US sues casino mogul Steve Wynn to compel him to register as agent of China

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<span>Photograph: Charles Krupa/AP</span>
Photograph: Charles Krupa/AP

The US Department of Justice on Tuesday sued Steve Wynn, the billionaire former casino mogul and senior Republican fund raiser, to compel him to register under the Foreign Agents Registration Act as an agent of China.

The department said Wynn, 80, had contacted then-US president Donald Trump and members of his Republican administration in 2017 to convey China’s request to cancel the visa of or otherwise remove a Chinese businessperson who had sought political asylum in the United States.

In a statement the Department of Justice said it was seeking to compel Wynn to register under the Foreign Agents Registration Act (Fara) as the agent of the People’s Republic of China (PRC) and a senior official of the PRC’s Ministry of Public Security (MPS).

“The filing of this suit – the first affirmative civil lawsuit under Fara in more than three decades – demonstrates the department’s commitment to ensuring transparency in our democratic system,” said assistant attorney general Matthew Olsen of the justice department’s national security division. “Where a foreign government uses an American as its agent to influence policy decisions in the United States, Fara gives the American people a right to know.”

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According to the complaint, in June and August 2017 Wynn contacted Trump and members of his administration to “convey the PRC’s request to cancel the visa or otherwise remove from the United States a Chinese businessperson who left China in 2014, was later charged with corruption by the PRC and sought political asylum in the United States”.

The Wall Street Journal reported earlier that the person was Chinese businessman Guo Wengui, who has been accused by the Chinese authorities of a range of criminal offenses including bribery and sexual assault, charges he has denied. Guo has said he is the subject of a witch hunt after accusing senior PRC figures of having corrupt ties with China’s business leaders.

The complaint alleges that Wynn engaged in these efforts at the request of Sun Lijun, then-vice minister of the MPS. “Wynn conveyed the request directly to the then-president over dinner and by phone, and he had multiple discussions with the then-president and senior officials at the White House and National Security Council about organizing a meeting with Sun and other PRC government officials,” according to the justice department.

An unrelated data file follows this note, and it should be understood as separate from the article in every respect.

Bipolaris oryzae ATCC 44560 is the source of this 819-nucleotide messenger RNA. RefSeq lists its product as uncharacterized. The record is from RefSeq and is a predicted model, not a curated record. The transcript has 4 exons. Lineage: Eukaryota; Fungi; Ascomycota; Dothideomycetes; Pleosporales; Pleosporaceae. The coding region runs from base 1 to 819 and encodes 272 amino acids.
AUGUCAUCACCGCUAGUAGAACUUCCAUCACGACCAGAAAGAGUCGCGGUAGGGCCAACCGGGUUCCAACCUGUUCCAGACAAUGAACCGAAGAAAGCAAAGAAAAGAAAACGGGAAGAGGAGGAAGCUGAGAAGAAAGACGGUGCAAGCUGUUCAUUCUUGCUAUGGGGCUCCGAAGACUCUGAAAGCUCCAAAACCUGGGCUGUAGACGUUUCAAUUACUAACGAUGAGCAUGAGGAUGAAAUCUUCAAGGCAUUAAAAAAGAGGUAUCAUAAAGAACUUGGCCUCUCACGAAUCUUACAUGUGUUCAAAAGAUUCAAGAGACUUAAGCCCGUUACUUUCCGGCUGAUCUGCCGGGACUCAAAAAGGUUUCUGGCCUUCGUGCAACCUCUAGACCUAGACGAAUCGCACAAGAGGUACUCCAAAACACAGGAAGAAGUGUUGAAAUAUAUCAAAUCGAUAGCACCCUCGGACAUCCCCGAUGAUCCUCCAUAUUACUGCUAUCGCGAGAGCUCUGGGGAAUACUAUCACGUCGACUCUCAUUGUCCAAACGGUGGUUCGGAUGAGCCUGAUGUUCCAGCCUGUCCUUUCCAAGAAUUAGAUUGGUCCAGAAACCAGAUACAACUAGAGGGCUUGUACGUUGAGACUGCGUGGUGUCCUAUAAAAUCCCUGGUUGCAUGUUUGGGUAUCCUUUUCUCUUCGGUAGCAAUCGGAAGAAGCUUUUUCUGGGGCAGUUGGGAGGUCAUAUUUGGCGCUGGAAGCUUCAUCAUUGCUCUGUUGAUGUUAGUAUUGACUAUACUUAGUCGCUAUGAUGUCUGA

Wynn’s company owned and operated casinos in Macau, a special administrative region in the PRC and the department alleges that “Wynn acted at the request of the PRC out of a desire to protect his business interests in Macau”.

Wynn’s lawyers denied the charges.

“Steve Wynn has never acted as an agent of the Chinese government and had no obligation to register under the Foreign Agents Registration Act. We respectfully disagree with the Department of Justice’s legal interpretation of Fara and look forward to proving our case in court,” said a statement from his attorneys, Reid Weingarten and Brian Heberlig.

In 2018, Wynn resigned as finance chair of the Republican National Committee, a day after it was reported that he faced multiple of allegations of sexual misconduct.

Days later he resigned from his luxury casino and hotel company, Wynn Resorts. He denied the allegations of sexual harassment and assault.

In 2020, Elliott Broidy, a venture capitalist and former deputy finance chairman of the Republican National Congress, pleaded guilty of acting as an unregistered foreign agent, accepting millions of dollars to lobby the Trump administration for Malaysian and Chinese interests. Broidy admitted to working with Chinese officials attempting to return Guo to his home country.

The complaint alleges Wynn was drawn into the lobbying effort by Broidy. Broidy was later pardoned by Trump.

Agencies contributed reporting.